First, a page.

Sunday, November 8, 2009

Fascinating science facts about Mars

Mars has extremely low temperatures, and frequent out of this world dust storms that are the biggest in our Solar system.

Martian dust storms occur every two to four Mars years are so powerful that they can cover the whole planet with dust for months.

In winter, the temperatures at the Mars' poles can go down to -140°C (-220 degrees Fahrenheit), these temperatures are so called that even carbon dioxide freezes.

The most difficult problem to any future human mission to Mars is to ensure reliable radio communication because Sun often blocks communication between Earth and Mars.

Some scientists believe that groundwater had important role in shaping the martian surface.

Mars has about 15% of Earth's volume and 11% of the Earth's mass.

Most of the surface of Mars is composed primarily of basalt. Basalt is black and fine-grained extrusive volcanic rock.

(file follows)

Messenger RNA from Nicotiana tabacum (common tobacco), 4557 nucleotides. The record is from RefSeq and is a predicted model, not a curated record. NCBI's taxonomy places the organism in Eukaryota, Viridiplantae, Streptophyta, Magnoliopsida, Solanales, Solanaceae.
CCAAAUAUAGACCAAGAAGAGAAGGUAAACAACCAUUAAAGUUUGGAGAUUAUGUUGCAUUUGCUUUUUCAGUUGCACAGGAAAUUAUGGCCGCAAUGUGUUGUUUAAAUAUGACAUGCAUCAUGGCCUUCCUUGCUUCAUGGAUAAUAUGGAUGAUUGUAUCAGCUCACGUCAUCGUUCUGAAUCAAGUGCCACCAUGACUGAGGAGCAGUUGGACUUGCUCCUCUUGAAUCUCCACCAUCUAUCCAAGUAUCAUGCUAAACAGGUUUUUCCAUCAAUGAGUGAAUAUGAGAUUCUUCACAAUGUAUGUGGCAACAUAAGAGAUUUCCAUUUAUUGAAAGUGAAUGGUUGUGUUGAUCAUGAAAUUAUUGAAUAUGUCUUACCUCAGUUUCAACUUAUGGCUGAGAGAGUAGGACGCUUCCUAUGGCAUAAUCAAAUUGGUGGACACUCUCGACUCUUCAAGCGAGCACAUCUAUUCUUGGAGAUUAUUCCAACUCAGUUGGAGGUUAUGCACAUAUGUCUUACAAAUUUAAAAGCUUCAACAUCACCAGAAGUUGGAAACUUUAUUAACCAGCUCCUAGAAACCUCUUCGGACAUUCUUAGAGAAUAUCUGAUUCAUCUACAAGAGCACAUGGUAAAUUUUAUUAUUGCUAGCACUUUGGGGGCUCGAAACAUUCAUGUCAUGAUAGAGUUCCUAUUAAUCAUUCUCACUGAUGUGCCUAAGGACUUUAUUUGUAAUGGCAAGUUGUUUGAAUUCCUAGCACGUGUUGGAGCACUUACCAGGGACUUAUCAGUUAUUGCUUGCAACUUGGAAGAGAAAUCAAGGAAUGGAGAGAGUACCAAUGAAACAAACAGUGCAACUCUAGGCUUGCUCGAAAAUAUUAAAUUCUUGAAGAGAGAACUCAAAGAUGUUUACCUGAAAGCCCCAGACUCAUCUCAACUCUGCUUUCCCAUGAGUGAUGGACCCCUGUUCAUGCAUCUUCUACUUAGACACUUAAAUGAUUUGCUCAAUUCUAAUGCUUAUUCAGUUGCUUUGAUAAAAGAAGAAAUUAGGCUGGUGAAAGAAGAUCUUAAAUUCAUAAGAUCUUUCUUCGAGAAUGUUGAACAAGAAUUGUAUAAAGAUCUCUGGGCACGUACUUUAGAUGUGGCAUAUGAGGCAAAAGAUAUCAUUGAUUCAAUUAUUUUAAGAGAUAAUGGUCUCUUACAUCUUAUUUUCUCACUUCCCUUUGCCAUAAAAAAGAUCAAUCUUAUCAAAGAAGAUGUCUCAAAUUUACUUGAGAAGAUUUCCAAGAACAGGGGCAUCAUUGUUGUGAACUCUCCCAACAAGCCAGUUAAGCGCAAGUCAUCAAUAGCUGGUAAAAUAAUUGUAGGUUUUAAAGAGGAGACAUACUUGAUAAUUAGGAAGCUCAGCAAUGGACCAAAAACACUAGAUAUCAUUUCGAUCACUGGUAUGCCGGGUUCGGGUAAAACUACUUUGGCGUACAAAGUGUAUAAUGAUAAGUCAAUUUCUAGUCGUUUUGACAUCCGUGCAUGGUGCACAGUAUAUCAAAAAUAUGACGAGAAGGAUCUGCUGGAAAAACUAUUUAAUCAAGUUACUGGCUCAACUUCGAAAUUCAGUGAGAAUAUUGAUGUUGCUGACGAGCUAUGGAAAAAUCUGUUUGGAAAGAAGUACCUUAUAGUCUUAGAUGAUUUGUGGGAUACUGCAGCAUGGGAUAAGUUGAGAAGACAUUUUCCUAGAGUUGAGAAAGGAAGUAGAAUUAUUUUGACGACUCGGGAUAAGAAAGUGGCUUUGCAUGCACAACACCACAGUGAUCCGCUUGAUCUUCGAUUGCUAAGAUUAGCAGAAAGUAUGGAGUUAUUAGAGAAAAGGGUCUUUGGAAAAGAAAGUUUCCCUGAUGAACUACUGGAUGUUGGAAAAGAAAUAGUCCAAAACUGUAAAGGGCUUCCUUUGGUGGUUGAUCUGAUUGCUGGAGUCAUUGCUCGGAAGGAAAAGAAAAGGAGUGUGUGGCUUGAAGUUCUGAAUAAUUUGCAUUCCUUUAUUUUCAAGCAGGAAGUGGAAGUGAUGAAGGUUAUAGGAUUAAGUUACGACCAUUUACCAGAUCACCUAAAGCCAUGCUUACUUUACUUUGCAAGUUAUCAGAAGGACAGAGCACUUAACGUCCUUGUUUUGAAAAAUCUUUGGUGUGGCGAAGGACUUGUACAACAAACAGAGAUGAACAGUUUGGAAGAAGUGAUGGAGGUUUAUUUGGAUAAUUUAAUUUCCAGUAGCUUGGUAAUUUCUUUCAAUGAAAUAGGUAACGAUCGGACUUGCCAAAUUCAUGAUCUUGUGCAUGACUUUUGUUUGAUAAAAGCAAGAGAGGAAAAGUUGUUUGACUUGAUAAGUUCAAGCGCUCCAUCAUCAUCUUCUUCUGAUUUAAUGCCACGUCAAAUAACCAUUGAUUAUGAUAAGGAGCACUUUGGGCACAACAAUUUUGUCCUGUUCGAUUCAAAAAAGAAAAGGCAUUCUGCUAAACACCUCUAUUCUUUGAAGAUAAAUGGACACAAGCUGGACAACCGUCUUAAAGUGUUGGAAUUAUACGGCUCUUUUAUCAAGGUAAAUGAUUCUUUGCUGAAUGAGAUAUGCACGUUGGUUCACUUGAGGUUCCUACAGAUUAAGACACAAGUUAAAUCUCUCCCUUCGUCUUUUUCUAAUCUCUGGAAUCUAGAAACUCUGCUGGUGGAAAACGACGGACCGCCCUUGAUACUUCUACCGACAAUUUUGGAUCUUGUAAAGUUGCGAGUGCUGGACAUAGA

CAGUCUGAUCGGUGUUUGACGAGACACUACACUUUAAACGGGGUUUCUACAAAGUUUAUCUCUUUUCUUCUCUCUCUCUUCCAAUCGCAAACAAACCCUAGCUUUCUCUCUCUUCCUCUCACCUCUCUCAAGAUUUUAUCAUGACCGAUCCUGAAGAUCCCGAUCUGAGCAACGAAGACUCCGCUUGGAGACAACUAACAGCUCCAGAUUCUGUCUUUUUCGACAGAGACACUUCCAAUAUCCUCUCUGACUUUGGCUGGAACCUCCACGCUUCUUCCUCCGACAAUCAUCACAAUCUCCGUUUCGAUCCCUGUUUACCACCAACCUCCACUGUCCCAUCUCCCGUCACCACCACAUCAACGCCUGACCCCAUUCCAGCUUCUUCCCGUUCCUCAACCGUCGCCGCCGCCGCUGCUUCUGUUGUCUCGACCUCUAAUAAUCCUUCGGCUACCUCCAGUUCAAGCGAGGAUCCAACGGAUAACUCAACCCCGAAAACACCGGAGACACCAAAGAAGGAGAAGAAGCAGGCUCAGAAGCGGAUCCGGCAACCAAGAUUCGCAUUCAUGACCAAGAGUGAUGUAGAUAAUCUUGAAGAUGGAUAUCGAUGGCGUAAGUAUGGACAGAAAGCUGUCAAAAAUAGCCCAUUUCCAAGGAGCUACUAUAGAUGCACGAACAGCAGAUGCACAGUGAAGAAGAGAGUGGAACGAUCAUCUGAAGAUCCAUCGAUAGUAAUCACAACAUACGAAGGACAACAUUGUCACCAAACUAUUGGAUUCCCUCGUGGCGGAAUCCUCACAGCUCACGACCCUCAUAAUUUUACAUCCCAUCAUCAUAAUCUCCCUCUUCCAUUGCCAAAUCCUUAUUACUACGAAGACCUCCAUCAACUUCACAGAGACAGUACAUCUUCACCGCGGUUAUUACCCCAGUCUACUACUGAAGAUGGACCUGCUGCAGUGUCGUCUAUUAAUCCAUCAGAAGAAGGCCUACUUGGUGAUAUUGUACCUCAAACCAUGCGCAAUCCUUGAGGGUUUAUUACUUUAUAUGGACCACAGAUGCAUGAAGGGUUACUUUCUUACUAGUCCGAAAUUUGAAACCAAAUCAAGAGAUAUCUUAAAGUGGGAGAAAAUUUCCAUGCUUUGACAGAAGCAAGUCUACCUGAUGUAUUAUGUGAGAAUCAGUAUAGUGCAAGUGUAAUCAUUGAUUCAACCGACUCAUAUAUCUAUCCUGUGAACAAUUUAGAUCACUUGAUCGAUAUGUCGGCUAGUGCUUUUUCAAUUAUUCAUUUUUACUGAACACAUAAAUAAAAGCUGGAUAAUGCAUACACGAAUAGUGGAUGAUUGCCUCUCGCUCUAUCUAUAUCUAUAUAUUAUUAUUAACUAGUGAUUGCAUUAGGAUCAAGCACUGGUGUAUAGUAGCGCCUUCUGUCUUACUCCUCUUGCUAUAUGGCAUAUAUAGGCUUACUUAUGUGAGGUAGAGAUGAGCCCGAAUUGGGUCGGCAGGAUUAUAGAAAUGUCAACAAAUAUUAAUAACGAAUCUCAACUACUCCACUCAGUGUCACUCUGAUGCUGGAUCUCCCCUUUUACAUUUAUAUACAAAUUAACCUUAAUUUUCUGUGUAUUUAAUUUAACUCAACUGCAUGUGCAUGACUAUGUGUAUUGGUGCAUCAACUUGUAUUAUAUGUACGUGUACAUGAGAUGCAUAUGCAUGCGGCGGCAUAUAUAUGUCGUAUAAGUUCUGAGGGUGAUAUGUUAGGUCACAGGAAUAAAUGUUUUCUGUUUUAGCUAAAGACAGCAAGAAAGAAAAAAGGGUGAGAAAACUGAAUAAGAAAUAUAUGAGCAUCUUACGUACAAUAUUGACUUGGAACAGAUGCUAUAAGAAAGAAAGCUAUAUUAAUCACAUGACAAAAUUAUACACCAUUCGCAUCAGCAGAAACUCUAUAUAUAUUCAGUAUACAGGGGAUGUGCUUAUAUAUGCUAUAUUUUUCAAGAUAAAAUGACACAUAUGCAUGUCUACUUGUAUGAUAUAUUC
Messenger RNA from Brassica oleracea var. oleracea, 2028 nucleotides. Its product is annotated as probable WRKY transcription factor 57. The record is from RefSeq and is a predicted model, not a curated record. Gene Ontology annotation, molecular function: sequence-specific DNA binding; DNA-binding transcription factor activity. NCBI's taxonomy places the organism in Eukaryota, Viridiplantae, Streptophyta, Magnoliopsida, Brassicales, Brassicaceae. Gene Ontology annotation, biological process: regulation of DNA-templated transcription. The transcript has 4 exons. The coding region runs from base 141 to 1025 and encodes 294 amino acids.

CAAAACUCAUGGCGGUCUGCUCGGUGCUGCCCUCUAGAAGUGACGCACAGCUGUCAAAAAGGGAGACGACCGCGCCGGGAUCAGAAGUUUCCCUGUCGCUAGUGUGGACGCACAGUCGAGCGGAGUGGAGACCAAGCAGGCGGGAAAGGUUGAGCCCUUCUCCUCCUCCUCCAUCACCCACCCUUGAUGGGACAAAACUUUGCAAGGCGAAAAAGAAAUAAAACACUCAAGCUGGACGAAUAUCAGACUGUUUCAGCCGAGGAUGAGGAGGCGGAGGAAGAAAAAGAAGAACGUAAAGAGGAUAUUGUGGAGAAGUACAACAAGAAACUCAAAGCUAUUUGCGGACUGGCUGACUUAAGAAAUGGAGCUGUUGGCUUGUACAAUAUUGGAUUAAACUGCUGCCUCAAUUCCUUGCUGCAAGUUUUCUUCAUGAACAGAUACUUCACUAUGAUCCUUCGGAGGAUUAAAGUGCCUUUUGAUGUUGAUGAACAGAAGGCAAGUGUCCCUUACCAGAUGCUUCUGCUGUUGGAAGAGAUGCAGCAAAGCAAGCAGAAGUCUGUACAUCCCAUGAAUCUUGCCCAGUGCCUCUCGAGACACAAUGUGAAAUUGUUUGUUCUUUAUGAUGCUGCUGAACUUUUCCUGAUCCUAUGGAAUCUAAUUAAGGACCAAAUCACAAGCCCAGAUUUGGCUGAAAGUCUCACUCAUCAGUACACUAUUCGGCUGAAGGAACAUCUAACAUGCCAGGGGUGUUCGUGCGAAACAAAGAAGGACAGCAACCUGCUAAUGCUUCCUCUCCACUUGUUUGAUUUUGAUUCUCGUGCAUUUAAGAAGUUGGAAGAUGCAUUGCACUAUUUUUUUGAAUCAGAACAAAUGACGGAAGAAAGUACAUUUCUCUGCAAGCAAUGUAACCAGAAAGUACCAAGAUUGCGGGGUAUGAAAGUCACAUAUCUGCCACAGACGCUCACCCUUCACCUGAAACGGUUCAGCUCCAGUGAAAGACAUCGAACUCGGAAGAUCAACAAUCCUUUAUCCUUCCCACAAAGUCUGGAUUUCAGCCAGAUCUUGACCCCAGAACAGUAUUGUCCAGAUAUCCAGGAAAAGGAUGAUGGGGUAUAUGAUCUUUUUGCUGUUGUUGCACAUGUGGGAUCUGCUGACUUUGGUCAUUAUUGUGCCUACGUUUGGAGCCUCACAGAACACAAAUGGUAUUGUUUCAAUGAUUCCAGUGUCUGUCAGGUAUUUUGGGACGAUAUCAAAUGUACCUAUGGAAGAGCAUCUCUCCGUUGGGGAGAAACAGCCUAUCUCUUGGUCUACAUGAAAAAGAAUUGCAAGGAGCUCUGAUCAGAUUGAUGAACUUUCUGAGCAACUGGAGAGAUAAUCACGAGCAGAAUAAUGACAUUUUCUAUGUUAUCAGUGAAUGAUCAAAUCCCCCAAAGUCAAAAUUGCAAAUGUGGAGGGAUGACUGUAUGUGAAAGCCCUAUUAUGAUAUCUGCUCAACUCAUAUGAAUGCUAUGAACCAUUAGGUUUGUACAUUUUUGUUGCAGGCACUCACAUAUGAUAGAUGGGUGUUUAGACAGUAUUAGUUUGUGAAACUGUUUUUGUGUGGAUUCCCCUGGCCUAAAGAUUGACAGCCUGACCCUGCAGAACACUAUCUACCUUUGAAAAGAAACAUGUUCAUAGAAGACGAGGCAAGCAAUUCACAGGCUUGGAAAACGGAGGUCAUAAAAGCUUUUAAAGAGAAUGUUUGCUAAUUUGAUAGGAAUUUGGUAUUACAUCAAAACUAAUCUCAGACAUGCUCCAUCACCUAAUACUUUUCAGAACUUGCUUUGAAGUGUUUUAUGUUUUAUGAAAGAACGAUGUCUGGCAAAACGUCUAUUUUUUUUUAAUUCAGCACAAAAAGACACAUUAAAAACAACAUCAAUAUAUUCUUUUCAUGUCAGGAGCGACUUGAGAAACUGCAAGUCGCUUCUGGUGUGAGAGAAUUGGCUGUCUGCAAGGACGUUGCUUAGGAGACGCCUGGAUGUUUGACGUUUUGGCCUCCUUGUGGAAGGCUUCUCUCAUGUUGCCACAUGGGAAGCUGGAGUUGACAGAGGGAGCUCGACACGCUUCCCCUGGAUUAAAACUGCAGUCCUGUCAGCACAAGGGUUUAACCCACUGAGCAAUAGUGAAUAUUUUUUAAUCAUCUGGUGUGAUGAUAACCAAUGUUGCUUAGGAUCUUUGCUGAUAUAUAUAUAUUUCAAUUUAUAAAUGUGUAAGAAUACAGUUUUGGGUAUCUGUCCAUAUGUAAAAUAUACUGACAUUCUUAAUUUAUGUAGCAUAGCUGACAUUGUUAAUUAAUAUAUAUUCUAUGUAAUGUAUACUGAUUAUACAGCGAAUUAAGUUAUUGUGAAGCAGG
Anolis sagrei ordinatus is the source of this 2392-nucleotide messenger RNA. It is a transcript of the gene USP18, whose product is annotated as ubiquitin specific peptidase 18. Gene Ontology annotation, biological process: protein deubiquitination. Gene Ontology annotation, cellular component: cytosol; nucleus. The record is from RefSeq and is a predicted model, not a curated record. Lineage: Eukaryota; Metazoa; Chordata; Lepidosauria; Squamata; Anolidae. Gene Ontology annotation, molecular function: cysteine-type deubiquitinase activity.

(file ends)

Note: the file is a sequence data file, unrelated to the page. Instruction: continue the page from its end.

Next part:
Many recent studies believe that Mars was struck by a Pluto-sized body about four billion years ago. Direct result of this struck was Borealis basin that covers 40% of the planet.

Mars is rich in water ice, in fact NASA in 2007 stated that volume of water ice in the south polar ice cap, if melted, would be enough to cover the entire planetary surface to a depth of 11 meters.

Mars is full with craters, currently more than 43,000 craters with a diameter of 5 km or greater have been found.

Atmosphere on Mars contains traces of oxygen but the most dominant ingredient of Mars atmosphere is carbon dioxide (around 95 % share).

Many evidences have been gathered by scientists suggesting that the Mars was once significantly more habitable than it is today, but scientists are still far from answering whether living organisms ever existed on Mars or not.

The "Face on Mars" that has become pop culture icon was the result of the photograph taken by 1976 Viking 1 showing huge rock formation very similar to human face.